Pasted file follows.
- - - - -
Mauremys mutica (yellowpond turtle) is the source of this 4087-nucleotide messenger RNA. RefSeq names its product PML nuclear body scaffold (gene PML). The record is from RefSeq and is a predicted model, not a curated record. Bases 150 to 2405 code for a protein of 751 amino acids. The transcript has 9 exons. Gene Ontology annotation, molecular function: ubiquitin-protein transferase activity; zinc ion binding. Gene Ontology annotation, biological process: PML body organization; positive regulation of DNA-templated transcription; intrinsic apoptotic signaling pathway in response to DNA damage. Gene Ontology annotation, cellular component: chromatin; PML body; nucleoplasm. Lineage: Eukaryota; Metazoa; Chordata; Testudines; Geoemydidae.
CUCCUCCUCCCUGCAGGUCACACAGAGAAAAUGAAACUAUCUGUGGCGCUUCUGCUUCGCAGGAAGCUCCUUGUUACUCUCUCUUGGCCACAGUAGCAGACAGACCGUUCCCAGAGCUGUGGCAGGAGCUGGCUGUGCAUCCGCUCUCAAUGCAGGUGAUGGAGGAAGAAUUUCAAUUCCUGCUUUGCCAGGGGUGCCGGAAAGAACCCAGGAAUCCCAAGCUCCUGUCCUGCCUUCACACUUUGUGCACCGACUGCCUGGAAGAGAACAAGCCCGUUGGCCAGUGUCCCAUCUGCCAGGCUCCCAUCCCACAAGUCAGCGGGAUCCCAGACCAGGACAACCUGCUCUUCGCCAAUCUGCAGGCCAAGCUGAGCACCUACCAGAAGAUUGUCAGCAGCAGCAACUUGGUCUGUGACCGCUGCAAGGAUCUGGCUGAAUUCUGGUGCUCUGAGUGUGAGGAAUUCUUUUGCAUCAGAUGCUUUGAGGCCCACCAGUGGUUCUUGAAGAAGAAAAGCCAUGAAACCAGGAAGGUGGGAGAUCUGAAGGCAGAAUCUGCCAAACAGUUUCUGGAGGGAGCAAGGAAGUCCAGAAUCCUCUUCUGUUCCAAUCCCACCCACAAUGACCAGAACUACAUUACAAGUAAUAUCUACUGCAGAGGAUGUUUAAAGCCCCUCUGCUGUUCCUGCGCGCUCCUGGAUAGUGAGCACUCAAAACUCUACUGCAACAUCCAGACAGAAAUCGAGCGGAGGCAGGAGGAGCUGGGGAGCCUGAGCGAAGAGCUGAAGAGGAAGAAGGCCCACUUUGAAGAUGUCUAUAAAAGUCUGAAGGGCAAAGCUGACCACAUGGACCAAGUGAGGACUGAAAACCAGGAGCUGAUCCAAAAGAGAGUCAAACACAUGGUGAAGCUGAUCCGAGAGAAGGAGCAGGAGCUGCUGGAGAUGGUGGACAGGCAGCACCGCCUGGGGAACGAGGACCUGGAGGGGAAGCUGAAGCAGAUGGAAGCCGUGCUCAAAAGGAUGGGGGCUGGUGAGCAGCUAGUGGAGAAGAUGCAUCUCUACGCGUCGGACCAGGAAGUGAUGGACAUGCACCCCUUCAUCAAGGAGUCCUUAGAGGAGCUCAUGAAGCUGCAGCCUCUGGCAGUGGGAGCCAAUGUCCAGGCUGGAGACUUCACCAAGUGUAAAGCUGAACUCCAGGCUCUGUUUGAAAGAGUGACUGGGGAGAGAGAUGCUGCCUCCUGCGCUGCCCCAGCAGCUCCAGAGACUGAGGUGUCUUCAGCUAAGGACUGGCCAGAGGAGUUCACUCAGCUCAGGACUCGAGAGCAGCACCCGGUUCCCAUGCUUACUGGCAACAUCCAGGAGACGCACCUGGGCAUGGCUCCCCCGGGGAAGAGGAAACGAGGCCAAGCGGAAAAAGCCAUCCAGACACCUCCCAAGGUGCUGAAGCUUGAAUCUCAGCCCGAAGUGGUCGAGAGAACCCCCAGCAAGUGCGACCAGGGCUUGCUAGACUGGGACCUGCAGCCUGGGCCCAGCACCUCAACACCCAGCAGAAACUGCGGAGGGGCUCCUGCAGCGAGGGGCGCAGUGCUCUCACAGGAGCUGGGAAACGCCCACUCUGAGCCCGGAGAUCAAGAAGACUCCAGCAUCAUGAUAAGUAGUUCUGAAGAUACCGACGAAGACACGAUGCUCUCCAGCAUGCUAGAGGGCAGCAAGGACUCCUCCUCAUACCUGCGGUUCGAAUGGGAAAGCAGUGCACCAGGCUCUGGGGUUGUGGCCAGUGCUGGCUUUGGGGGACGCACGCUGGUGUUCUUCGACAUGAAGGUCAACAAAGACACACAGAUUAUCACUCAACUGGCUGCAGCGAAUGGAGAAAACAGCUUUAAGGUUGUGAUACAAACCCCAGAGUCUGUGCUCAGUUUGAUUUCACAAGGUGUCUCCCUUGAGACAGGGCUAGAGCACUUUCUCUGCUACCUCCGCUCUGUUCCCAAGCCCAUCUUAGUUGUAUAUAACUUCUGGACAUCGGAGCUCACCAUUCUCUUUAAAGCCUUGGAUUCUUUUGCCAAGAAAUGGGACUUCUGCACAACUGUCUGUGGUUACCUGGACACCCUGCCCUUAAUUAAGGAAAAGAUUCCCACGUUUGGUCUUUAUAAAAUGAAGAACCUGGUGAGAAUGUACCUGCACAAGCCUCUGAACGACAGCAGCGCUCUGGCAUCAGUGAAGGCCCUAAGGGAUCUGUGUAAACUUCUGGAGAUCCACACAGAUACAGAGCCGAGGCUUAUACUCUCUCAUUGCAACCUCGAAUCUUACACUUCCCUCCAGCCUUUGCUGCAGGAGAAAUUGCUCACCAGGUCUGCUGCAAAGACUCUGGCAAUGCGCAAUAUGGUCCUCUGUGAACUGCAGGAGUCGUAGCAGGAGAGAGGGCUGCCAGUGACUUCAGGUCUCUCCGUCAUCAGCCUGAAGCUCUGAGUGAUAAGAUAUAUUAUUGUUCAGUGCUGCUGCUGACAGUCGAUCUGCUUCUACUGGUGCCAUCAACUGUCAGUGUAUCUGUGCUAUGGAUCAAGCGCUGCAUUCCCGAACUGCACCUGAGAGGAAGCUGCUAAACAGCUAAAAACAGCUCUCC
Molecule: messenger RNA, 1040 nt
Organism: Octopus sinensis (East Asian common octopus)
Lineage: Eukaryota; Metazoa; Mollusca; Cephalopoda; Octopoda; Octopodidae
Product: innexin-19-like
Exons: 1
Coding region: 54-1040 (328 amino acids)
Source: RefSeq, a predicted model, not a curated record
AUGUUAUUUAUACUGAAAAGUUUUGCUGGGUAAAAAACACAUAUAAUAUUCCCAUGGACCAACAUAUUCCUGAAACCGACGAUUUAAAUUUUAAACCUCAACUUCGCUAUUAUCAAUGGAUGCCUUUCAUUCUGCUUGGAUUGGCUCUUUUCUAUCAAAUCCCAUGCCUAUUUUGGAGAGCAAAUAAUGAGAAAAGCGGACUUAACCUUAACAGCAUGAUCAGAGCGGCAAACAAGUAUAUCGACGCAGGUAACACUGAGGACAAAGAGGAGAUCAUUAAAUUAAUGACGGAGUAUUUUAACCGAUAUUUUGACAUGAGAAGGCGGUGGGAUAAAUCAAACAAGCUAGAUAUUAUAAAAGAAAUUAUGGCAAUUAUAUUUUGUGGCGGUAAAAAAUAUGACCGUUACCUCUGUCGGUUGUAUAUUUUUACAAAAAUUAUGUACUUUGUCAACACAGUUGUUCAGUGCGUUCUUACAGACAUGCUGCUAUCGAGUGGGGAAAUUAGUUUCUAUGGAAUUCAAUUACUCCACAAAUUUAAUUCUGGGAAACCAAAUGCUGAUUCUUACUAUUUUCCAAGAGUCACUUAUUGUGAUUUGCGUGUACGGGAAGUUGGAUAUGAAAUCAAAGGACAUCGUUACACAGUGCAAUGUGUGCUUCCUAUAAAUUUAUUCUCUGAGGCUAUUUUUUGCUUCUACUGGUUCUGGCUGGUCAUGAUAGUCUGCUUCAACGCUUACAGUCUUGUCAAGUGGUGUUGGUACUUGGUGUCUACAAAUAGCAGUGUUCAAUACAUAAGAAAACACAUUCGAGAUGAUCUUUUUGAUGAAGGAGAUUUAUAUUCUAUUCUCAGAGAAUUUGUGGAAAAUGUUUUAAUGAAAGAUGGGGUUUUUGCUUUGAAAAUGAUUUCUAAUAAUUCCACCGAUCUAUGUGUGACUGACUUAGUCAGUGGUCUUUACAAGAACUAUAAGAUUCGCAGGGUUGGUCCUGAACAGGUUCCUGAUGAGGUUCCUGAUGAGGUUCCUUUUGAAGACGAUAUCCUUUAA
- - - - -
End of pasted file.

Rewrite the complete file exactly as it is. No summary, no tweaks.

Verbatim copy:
Mauremys mutica (yellowpond turtle) is the source of this 4087-nucleotide messenger RNA. RefSeq names its product PML nuclear body scaffold (gene PML). The record is from RefSeq and is a predicted model, not a curated record. Bases 150 to 2405 code for a protein of 751 amino acids. The transcript has 9 exons. Gene Ontology annotation, molecular function: ubiquitin-protein transferase activity; zinc ion binding. Gene Ontology annotation, biological process: PML body organization; positive regulation of DNA-templated transcription; intrinsic apoptotic signaling pathway in response to DNA damage. Gene Ontology annotation, cellular component: chromatin; PML body; nucleoplasm. Lineage: Eukaryota; Metazoa; Chordata; Testudines; Geoemydidae.
CUCCUCCUCCCUGCAGGUCACACAGAGAAAAUGAAACUAUCUGUGGCGCUUCUGCUUCGCAGGAAGCUCCUUGUUACUCUCUCUUGGCCACAGUAGCAGACAGACCGUUCCCAGAGCUGUGGCAGGAGCUGGCUGUGCAUCCGCUCUCAAUGCAGGUGAUGGAGGAAGAAUUUCAAUUCCUGCUUUGCCAGGGGUGCCGGAAAGAACCCAGGAAUCCCAAGCUCCUGUCCUGCCUUCACACUUUGUGCACCGACUGCCUGGAAGAGAACAAGCCCGUUGGCCAGUGUCCCAUCUGCCAGGCUCCCAUCCCACAAGUCAGCGGGAUCCCAGACCAGGACAACCUGCUCUUCGCCAAUCUGCAGGCCAAGCUGAGCACCUACCAGAAGAUUGUCAGCAGCAGCAACUUGGUCUGUGACCGCUGCAAGGAUCUGGCUGAAUUCUGGUGCUCUGAGUGUGAGGAAUUCUUUUGCAUCAGAUGCUUUGAGGCCCACCAGUGGUUCUUGAAGAAGAAAAGCCAUGAAACCAGGAAGGUGGGAGAUCUGAAGGCAGAAUCUGCCAAACAGUUUCUGGAGGGAGCAAGGAAGUCCAGAAUCCUCUUCUGUUCCAAUCCCACCCACAAUGACCAGAACUACAUUACAAGUAAUAUCUACUGCAGAGGAUGUUUAAAGCCCCUCUGCUGUUCCUGCGCGCUCCUGGAUAGUGAGCACUCAAAACUCUACUGCAACAUCCAGACAGAAAUCGAGCGGAGGCAGGAGGAGCUGGGGAGCCUGAGCGAAGAGCUGAAGAGGAAGAAGGCCCACUUUGAAGAUGUCUAUAAAAGUCUGAAGGGCAAAGCUGACCACAUGGACCAAGUGAGGACUGAAAACCAGGAGCUGAUCCAAAAGAGAGUCAAACACAUGGUGAAGCUGAUCCGAGAGAAGGAGCAGGAGCUGCUGGAGAUGGUGGACAGGCAGCACCGCCUGGGGAACGAGGACCUGGAGGGGAAGCUGAAGCAGAUGGAAGCCGUGCUCAAAAGGAUGGGGGCUGGUGAGCAGCUAGUGGAGAAGAUGCAUCUCUACGCGUCGGACCAGGAAGUGAUGGACAUGCACCCCUUCAUCAAGGAGUCCUUAGAGGAGCUCAUGAAGCUGCAGCCUCUGGCAGUGGGAGCCAAUGUCCAGGCUGGAGACUUCACCAAGUGUAAAGCUGAACUCCAGGCUCUGUUUGAAAGAGUGACUGGGGAGAGAGAUGCUGCCUCCUGCGCUGCCCCAGCAGCUCCAGAGACUGAGGUGUCUUCAGCUAAGGACUGGCCAGAGGAGUUCACUCAGCUCAGGACUCGAGAGCAGCACCCGGUUCCCAUGCUUACUGGCAACAUCCAGGAGACGCACCUGGGCAUGGCUCCCCCGGGGAAGAGGAAACGAGGCCAAGCGGAAAAAGCCAUCCAGACACCUCCCAAGGUGCUGAAGCUUGAAUCUCAGCCCGAAGUGGUCGAGAGAACCCCCAGCAAGUGCGACCAGGGCUUGCUAGACUGGGACCUGCAGCCUGGGCCCAGCACCUCAACACCCAGCAGAAACUGCGGAGGGGCUCCUGCAGCGAGGGGCGCAGUGCUCUCACAGGAGCUGGGAAACGCCCACUCUGAGCCCGGAGAUCAAGAAGACUCCAGCAUCAUGAUAAGUAGUUCUGAAGAUACCGACGAAGACACGAUGCUCUCCAGCAUGCUAGAGGGCAGCAAGGACUCCUCCUCAUACCUGCGGUUCGAAUGGGAAAGCAGUGCACCAGGCUCUGGGGUUGUGGCCAGUGCUGGCUUUGGGGGACGCACGCUGGUGUUCUUCGACAUGAAGGUCAACAAAGACACACAGAUUAUCACUCAACUGGCUGCAGCGAAUGGAGAAAACAGCUUUAAGGUUGUGAUACAAACCCCAGAGUCUGUGCUCAGUUUGAUUUCACAAGGUGUCUCCCUUGAGACAGGGCUAGAGCACUUUCUCUGCUACCUCCGCUCUGUUCCCAAGCCCAUCUUAGUUGUAUAUAACUUCUGGACAUCGGAGCUCACCAUUCUCUUUAAAGCCUUGGAUUCUUUUGCCAAGAAAUGGGACUUCUGCACAACUGUCUGUGGUUACCUGGACACCCUGCCCUUAAUUAAGGAAAAGAUUCCCACGUUUGGUCUUUAUAAAAUGAAGAACCUGGUGAGAAUGUACCUGCACAAGCCUCUGAACGACAGCAGCGCUCUGGCAUCAGUGAAGGCCCUAAGGGAUCUGUGUAAACUUCUGGAGAUCCACACAGAUACAGAGCCGAGGCUUAUACUCUCUCAUUGCAACCUCGAAUCUUACACUUCCCUCCAGCCUUUGCUGCAGGAGAAAUUGCUCACCAGGUCUGCUGCAAAGACUCUGGCAAUGCGCAAUAUGGUCCUCUGUGAACUGCAGGAGUCGUAGCAGGAGAGAGGGCUGCCAGUGACUUCAGGUCUCUCCGUCAUCAGCCUGAAGCUCUGAGUGAUAAGAUAUAUUAUUGUUCAGUGCUGCUGCUGACAGUCGAUCUGCUUCUACUGGUGCCAUCAACUGUCAGUGUAUCUGUGCUAUGGAUCAAGCGCUGCAUUCCCGAACUGCACCUGAGAGGAAGCUGCUAAACAGCUAAAAACAGCUCUCC
Molecule: messenger RNA, 1040 nt
Organism: Octopus sinensis (East Asian common octopus)
Lineage: Eukaryota; Metazoa; Mollusca; Cephalopoda; Octopoda; Octopodidae
Product: innexin-19-like
Exons: 1
Coding region: 54-1040 (328 amino acids)
Source: RefSeq, a predicted model, not a curated record
AUGUUAUUUAUACUGAAAAGUUUUGCUGGGUAAAAAACACAUAUAAUAUUCCCAUGGACCAACAUAUUCCUGAAACCGACGAUUUAAAUUUUAAACCUCAACUUCGCUAUUAUCAAUGGAUGCCUUUCAUUCUGCUUGGAUUGGCUCUUUUCUAUCAAAUCCCAUGCCUAUUUUGGAGAGCAAAUAAUGAGAAAAGCGGACUUAACCUUAACAGCAUGAUCAGAGCGGCAAACAAGUAUAUCGACGCAGGUAACACUGAGGACAAAGAGGAGAUCAUUAAAUUAAUGACGGAGUAUUUUAACCGAUAUUUUGACAUGAGAAGGCGGUGGGAUAAAUCAAACAAGCUAGAUAUUAUAAAAGAAAUUAUGGCAAUUAUAUUUUGUGGCGGUAAAAAAUAUGACCGUUACCUCUGUCGGUUGUAUAUUUUUACAAAAAUUAUGUACUUUGUCAACACAGUUGUUCAGUGCGUUCUUACAGACAUGCUGCUAUCGAGUGGGGAAAUUAGUUUCUAUGGAAUUCAAUUACUCCACAAAUUUAAUUCUGGGAAACCAAAUGCUGAUUCUUACUAUUUUCCAAGAGUCACUUAUUGUGAUUUGCGUGUACGGGAAGUUGGAUAUGAAAUCAAAGGACAUCGUUACACAGUGCAAUGUGUGCUUCCUAUAAAUUUAUUCUCUGAGGCUAUUUUUUGCUUCUACUGGUUCUGGCUGGUCAUGAUAGUCUGCUUCAACGCUUACAGUCUUGUCAAGUGGUGUUGGUACUUGGUGUCUACAAAUAGCAGUGUUCAAUACAUAAGAAAACACAUUCGAGAUGAUCUUUUUGAUGAAGGAGAUUUAUAUUCUAUUCUCAGAGAAUUUGUGGAAAAUGUUUUAAUGAAAGAUGGGGUUUUUGCUUUGAAAAUGAUUUCUAAUAAUUCCACCGAUCUAUGUGUGACUGACUUAGUCAGUGGUCUUUACAAGAACUAUAAGAUUCGCAGGGUUGGUCCUGAACAGGUUCCUGAUGAGGUUCCUGAUGAGGUUCCUUUUGAAGACGAUAUCCUUUAA